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Strategies for Using Online Practice Problems

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2014 ASEE Annual Conference & Exposition


Indianapolis, Indiana

Publication Date

June 15, 2014

Start Date

June 15, 2014

End Date

June 18, 2014



Conference Session

Applications of Online Computing

Tagged Division

Computers in Education

Page Count


Page Numbers

24.1106.1 - 24.1106.26



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Paper Authors


Jess W. Everett Rowan University

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Jess W. Everett has worked in four distinct areas: waste management operations research, contaminated site assessment and remediation, education innovation, and sustainable engineering. He has employed a wide variety of techniques, including computer modeling, laboratory experiments, field testing, and surveys. His current research focuses on energy conservation, alternative energy generation, engineering learning communities, and hybrid courses (courses with classroom and on-line aspects).

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Kaitlin Engle Mallouk Rowan University Orcid 16x16

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Kaitlin Mallouk is an Instructor of Mechanical Engineering at Rowan University. Kaitlin has a BS in Chemical Engineering from Cornell University and an MS in Environmental Engineering in Civil Engineering from the University of Illinois. She is completing her PhD in Environmental Engineering with a focus on Air Quality Engineering at the University of Illinois.

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Joseph Francis Stanzione III Rowan University

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Prof. Stanzione currently teaches Polymer Processing and Freshman and Sophomore Engineering Clinics. His teaching interests include thermodynamics; separations; reaction engineering; polymer science and engineering; green/sustainable chemistry and engineering; and bio-based materials. His research interests include the utilization of lignin as an alternative renewable chemicals feedstock; lignin-based plastics; green chemistry and engineering for the development of next-generation lignocellulosic biorefineries; and bio-based polymers and composites. His work has been published in Green Chemistry; ChemSusChem; ACS Sustainable Chemistry & Engineering; ACS Applied Materials & Interfaces; the Journal of Applied Polymer Science; and the Journal of Non-Crystalline Solids. He is currently collaborating with scientists at Drexel University, the University of Delaware, and the Army Research Labs. While at the University of Delaware, he completed the Higher Education Teaching Certification program, a program that is offered by the Center for Teaching & Assessment of Learning, and participated in the Chemical & Biomolecular Engineering’s Teaching Fellowship program.

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Jenahvive K. Morgan Rowan University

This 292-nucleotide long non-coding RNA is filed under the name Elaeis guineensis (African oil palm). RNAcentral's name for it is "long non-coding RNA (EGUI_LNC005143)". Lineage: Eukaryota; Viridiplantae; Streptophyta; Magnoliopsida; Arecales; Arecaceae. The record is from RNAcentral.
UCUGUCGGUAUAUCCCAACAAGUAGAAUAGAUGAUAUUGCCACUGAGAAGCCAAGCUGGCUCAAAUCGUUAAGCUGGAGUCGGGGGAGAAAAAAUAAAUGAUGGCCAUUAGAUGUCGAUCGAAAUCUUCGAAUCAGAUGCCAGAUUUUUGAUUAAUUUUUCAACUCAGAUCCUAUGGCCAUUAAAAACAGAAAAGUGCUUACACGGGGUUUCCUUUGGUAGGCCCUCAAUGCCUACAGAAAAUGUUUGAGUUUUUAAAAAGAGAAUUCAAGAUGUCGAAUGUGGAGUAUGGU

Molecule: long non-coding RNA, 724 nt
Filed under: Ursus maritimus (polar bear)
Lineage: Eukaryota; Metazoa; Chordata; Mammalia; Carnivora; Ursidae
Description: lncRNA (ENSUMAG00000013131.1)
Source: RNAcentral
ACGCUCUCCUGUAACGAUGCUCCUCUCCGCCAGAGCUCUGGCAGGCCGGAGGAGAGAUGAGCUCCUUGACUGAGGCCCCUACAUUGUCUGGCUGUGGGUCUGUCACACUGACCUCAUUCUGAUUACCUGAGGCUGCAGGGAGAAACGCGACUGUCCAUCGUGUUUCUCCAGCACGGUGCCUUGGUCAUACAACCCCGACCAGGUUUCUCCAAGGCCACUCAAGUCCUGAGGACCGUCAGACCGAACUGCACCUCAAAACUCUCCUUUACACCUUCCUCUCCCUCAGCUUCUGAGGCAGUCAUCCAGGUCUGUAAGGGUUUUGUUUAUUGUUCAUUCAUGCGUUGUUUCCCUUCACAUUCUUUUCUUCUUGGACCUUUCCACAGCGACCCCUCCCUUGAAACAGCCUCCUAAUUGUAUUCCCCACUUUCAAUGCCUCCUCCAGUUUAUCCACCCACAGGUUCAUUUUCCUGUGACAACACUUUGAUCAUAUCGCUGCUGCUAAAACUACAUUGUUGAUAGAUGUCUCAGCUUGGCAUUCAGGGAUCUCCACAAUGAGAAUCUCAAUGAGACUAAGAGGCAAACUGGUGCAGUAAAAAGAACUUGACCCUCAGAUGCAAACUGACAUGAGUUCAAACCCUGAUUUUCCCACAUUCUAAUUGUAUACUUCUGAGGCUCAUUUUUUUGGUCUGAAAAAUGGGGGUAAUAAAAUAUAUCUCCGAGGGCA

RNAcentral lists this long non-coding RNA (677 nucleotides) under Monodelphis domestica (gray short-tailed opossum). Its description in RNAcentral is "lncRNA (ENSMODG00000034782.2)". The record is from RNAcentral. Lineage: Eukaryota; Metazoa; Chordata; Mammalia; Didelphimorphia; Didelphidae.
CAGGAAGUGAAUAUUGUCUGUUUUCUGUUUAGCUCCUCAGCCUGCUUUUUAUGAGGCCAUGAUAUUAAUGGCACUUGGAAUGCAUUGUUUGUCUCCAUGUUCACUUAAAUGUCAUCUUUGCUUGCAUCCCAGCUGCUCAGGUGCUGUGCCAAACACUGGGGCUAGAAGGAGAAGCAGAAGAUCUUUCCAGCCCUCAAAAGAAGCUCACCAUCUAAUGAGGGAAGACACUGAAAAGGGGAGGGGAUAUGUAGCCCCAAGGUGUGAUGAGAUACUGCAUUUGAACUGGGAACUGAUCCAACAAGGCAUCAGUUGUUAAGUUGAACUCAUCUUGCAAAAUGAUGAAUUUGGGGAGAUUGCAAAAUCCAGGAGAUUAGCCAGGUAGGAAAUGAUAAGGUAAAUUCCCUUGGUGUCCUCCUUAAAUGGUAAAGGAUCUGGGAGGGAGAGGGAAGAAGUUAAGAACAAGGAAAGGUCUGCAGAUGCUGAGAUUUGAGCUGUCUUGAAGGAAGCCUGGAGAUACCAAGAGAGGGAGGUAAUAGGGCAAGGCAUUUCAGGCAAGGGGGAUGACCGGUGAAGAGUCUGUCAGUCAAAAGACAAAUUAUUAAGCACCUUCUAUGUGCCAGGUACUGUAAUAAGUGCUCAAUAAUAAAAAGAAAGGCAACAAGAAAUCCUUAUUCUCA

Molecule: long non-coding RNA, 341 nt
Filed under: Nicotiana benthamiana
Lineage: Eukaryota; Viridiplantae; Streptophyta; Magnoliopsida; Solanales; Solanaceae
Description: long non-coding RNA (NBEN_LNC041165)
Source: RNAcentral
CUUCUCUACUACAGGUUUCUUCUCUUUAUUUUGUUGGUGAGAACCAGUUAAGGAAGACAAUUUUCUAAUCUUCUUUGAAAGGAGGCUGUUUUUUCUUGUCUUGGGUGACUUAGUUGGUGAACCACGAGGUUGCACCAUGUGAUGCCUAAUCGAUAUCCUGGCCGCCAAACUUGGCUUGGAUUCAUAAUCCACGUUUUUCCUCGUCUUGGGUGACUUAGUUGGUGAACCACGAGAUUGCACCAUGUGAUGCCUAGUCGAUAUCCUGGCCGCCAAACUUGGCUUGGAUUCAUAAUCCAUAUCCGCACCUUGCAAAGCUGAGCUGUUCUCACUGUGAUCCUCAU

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PathFinder is an active website coded in html,, c#, JavaScript, xml, and MathML. Thewebsite assembles ebooks on the fly from an xml database. The ebooks have randomly selectedand generated exercises that are automatically graded. Instantaneous feedback is provided toboth students and professors regarding performance on on-line exercises.PathFinder is used to deliver an ebook to a first year introductory engineering course. In Fall2013 12 sections of 20 – 25 students each used the Pathfinder ebook. This provides anopportunity to investigate the effectiveness of on-line practice problems. PathFinder provideson-line practice problems that students can work before completing scored problems. Practiceproblems can be similar or related to the student’s scored problem. A similar practice problemis identical to the scored problem (same problem statement), but the given input values aredifferent. A related practice problem is different from the scored problem, both in input valuesand problem statement.Four sets of four problems each were used to investigate 4 scenarios. Scenarios were randomlyapplied such that each student was exposed to all four scenarios, but on different sets ofproblems. In all scenarios the fourth problem had no practice problem, so it could be used as atest of the effectiveness of the practice problems provided for the first three problems. In thefirst scenario, no practice problems were provided. In the second, three similar practiceproblems were provided. In the third, three related practice problems were provided. In thefourth, the first problem had a similar, the second a related, and the third no practice problem.The effectiveness of each scenario will be evaluated using (1) student scores on the fourthproblems, (2) survey questions completed by students after finishing each series of fourquestions, and (3) examination performance on related problems. The results are expected toprovide feedback that can be used to select one scenario for providing practice problems in thefuture.

Everett, J. W., & Mallouk, K. E., & Stanzione, J. F., & Morgan, J. K. (2014, June), Strategies for Using Online Practice Problems Paper presented at 2014 ASEE Annual Conference & Exposition, Indianapolis, Indiana. 10.18260/1-2--23039

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